The Abbey District preserves a rich religious heritage
Just 15 miles from the shores of Lake Constance and set in the verdant Steinach Valley, St. Gallen, a city of 76,000 with a traffic-free Old Town, has been inspiring the faithful for centuries.
The city’s religious traditions revolve around the twin-tower St. Gallen Cathedral and the Abbey Districtwith its stunning Abbey Library. Both the library—dating to 820 and containing 170,000 books, various historical documents and 2,000 invaluable medieval manuscripts—and the entire district have been UNESCO World Heritage sites since 1983.
The Baroque cathedral’s remarkable white interior is adorned with green stucco ornamentation, rose marble altars and a gilded altar screen. Ceiling frescoes depict Biblical characters, and throngs of cherubs and saints gaze upon the scene from the clouds of heaven. Thousands annually make the pilgrimage to St. Gallen to strengthen their spiritual faith and explore the Abbey District.
The oldest part of the cathedral (also known as the Collegiate Church of St. Gallen) is a small 9th century crypt that holds the graves of several abbots and bishops as well as Saint Othmar, the founder of the monastery. In 747 he introduced the Benedictine Rule, which set out the rules for medieval monks.
St. Gallen began as a hermitage by the Irish missionary Gallus, who established roots here around 612. During the Middle Ages the town evolved into an important center of culture and education. The Abbey of St. Gallen has existed since 719. It became an independent principality between the 9th and 13th centuries and was one of the chief Benedictine abbeys in Europe. The northern section of the abbey square consists of buildings from the 19th century and includes the ancient arsenal, Children’s and Guardian Angels’ Chapel and the former Catholic school.
The cathedral, completed in 1767, was designed by Peter Thumb, who also designed the Abbey Library. Among its rich decorations are frescoes painted by Josef Wannenmacher and the most complete set of historic church bells in Switzerland.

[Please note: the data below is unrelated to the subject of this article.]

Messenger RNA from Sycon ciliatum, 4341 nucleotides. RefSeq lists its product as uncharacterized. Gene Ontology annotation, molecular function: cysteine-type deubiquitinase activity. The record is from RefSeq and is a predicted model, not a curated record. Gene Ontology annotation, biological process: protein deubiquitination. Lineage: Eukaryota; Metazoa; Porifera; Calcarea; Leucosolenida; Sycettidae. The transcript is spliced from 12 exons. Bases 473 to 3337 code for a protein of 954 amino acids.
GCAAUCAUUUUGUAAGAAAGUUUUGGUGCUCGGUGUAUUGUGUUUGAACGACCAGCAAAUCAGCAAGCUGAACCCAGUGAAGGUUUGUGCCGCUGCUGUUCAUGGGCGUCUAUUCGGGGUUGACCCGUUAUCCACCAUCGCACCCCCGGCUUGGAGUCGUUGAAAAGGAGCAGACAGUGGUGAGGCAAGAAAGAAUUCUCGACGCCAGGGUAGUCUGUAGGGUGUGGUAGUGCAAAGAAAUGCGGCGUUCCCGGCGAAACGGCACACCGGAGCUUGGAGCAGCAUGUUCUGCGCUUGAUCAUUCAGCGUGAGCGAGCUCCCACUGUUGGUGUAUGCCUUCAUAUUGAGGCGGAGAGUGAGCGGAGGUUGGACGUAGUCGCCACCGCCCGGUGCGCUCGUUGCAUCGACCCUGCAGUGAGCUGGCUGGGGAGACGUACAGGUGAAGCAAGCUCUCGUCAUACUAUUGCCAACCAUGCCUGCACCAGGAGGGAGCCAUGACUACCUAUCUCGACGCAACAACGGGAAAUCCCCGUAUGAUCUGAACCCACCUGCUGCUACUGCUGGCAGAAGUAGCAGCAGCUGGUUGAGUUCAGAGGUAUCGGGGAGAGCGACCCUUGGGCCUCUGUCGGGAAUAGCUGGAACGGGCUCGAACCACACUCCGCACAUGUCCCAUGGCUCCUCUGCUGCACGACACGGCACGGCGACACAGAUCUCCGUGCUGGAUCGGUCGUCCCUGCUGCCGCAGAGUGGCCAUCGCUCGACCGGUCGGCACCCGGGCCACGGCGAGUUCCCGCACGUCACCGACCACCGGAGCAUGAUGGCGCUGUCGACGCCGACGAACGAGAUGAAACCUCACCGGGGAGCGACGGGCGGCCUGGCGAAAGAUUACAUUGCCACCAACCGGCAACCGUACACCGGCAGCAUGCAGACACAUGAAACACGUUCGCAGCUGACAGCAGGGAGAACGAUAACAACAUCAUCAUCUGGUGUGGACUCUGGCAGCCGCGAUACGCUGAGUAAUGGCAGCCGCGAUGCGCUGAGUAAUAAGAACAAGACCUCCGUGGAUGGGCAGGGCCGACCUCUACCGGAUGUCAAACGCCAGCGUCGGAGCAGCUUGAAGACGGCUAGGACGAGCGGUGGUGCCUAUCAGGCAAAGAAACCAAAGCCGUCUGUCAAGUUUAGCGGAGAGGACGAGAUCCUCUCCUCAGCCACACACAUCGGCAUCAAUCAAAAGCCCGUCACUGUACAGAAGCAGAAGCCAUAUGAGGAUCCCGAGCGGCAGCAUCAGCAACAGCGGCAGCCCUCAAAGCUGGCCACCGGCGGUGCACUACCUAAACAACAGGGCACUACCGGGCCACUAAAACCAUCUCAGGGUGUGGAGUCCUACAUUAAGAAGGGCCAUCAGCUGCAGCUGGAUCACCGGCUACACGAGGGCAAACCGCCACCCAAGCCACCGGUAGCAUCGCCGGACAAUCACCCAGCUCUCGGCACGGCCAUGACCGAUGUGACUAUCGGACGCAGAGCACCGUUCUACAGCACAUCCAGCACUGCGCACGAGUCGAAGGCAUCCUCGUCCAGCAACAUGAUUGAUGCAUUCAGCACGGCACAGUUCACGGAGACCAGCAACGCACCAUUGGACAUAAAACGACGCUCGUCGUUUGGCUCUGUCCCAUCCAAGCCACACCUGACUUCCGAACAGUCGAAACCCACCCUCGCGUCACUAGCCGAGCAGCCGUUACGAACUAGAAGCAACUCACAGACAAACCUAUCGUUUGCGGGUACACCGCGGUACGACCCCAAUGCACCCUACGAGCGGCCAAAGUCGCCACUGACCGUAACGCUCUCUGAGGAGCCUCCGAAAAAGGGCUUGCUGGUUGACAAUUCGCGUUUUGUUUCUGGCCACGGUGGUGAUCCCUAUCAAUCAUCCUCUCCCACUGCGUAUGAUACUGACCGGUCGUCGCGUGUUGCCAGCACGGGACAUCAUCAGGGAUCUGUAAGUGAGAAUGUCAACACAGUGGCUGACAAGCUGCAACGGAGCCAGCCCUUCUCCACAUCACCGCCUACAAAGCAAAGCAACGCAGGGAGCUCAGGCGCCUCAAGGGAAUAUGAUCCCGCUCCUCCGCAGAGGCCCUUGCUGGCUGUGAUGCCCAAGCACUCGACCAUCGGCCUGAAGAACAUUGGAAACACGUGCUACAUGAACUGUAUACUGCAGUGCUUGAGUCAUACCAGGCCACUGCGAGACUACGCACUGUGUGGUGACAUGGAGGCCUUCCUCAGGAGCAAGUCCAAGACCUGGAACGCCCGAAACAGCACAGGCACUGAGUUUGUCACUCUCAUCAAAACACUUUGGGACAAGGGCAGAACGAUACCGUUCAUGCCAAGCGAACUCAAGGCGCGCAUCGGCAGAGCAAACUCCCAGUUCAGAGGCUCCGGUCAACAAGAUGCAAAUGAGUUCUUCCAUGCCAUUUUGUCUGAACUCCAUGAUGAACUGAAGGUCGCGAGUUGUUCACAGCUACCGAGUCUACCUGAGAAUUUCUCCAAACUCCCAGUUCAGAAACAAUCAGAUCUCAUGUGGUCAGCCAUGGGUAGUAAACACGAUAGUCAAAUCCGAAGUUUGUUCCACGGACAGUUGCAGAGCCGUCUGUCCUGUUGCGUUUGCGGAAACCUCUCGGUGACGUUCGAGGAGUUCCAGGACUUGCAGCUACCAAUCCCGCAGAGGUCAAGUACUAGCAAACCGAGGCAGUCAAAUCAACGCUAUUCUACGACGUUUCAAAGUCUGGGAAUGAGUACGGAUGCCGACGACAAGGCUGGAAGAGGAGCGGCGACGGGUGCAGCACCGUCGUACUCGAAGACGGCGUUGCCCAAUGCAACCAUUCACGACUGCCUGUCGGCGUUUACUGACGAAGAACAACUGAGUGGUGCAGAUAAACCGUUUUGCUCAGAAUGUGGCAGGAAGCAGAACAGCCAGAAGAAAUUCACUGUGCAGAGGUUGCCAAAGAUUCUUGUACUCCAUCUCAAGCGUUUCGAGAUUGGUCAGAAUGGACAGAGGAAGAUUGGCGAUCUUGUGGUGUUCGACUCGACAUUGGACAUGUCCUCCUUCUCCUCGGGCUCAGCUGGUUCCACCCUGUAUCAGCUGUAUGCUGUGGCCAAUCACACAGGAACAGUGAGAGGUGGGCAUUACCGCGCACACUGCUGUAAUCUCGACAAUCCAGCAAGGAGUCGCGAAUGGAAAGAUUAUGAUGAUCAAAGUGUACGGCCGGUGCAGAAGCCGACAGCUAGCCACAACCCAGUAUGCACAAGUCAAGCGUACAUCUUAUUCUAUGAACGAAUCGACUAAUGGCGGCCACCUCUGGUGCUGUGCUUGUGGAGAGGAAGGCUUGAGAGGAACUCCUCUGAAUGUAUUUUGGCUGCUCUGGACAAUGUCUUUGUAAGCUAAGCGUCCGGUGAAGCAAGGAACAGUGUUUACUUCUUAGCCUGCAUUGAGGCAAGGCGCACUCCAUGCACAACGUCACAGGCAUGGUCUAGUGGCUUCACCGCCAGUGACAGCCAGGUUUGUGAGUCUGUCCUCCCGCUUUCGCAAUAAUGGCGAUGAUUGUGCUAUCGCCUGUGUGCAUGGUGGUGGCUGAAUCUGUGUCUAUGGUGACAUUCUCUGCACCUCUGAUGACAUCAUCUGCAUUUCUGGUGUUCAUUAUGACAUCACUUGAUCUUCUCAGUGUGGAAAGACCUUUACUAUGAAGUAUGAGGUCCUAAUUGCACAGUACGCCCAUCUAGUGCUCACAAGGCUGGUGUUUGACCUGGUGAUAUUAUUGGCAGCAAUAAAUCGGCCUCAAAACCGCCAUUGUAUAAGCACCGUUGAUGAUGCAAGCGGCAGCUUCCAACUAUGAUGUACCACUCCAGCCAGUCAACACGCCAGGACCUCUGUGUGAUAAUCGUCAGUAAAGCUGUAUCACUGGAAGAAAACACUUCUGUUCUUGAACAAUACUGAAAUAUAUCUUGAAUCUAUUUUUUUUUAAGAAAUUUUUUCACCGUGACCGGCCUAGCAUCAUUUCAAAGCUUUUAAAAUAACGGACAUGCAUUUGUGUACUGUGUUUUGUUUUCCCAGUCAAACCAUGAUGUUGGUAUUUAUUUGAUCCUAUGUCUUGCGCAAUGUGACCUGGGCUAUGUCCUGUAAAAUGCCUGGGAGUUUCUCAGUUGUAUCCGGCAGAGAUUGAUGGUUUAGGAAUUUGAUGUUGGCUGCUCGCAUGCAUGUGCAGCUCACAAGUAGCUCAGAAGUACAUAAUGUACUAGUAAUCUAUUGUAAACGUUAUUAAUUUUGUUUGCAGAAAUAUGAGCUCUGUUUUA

An original monastery plan in parchment, probably created between 819 and 826, is now on display at the new exhibition hall in the Abbey District. The parchment is the earliest known representation of a monastery district from the Middle Ages.
The city of St. Gallen itself, once a textile manufacturing town, is the economic and cultural capital of eastern Switzerland, and today hosts opera, hip-hop performances, art exhibitions, contemporary dance theater and poetry competitions. Its cozy restaurants, art museums, spacious green parks, busy shopping districts and intriguing alleys all attest to a lively, bustling city that is friendly and laid-back.
Other attractions in St. Gallen include the Natural History Museum, Textile Museum, St. Laurenzen Protestant Church (built for the citizens of St. Gallen’s Old Town) and Roter Platz (Red Square), where benches, fountains, sculptures and a car are coated in red. The Drei Weieren consists of three pools that supplied the textile mills and previously were used by monks to cool off.
St. Gallen is also known as the City of 700 Stars, a spectacle that celebrates its 10th anniversary in 2019. These specially-made lighted stars will again illuminate the city’s streets and squares during Advent.
Oriels, Old Town and a Prized Sausage
Three unique aspects of St. Gallen are its unusual oriel windows, quaint Old Town and white “Bratwurst” (veal sausage).
As many as 111 elaborate oriels—small projecting bay windows—have been preserved and adorn house facades in the Old Town pedestrian area. These carved, beautifully decorated architectural features tell the history of the town’s successful textile merchants. Most of the artistically cut oriels are to be found on four streets – Spisergasse, Marktgasse, Kugelgasse and Schmiedgasse.
St. Gallen experienced an oriel construction boom between 1650 and 1720. Some of the oriels have names such as Camel Oriel, Pelican Oriel and Swan Oriel. The oriels, which are typically seen on the second and third floors, are said to have been symbols of wealth. Residents often had these windows decorated with carvings of things they had seen on exotic journeys throughout the world. As in many Swiss cities, St. Gallen’s Old Town is a historic core that invites you to get immersed in its atmospheric, cobbled streets.
Tempting cafes, bars and restaurants are housed in the colorful facades. Join a guided tour of the Old Town or just wander through the narrow, winding streets with boutiques, art galleries and bakeries. Restaurants feature a variety of cuisine, from Swiss, Spanish and American to Vietnamese and Thai. You can dine outdoors in good weather.
While in St. Gallen, sample the famous white veal sausage, a clear favorite at barbecues, fetes and festivals in the region. In 2007 it was awarded special recognition status, of which the city’s butchers are proud. St. Gallen residents prefer their favorite sausage served crisp and brown from the grill, accompanied by a crunchy bread roll.
By Don Heimburger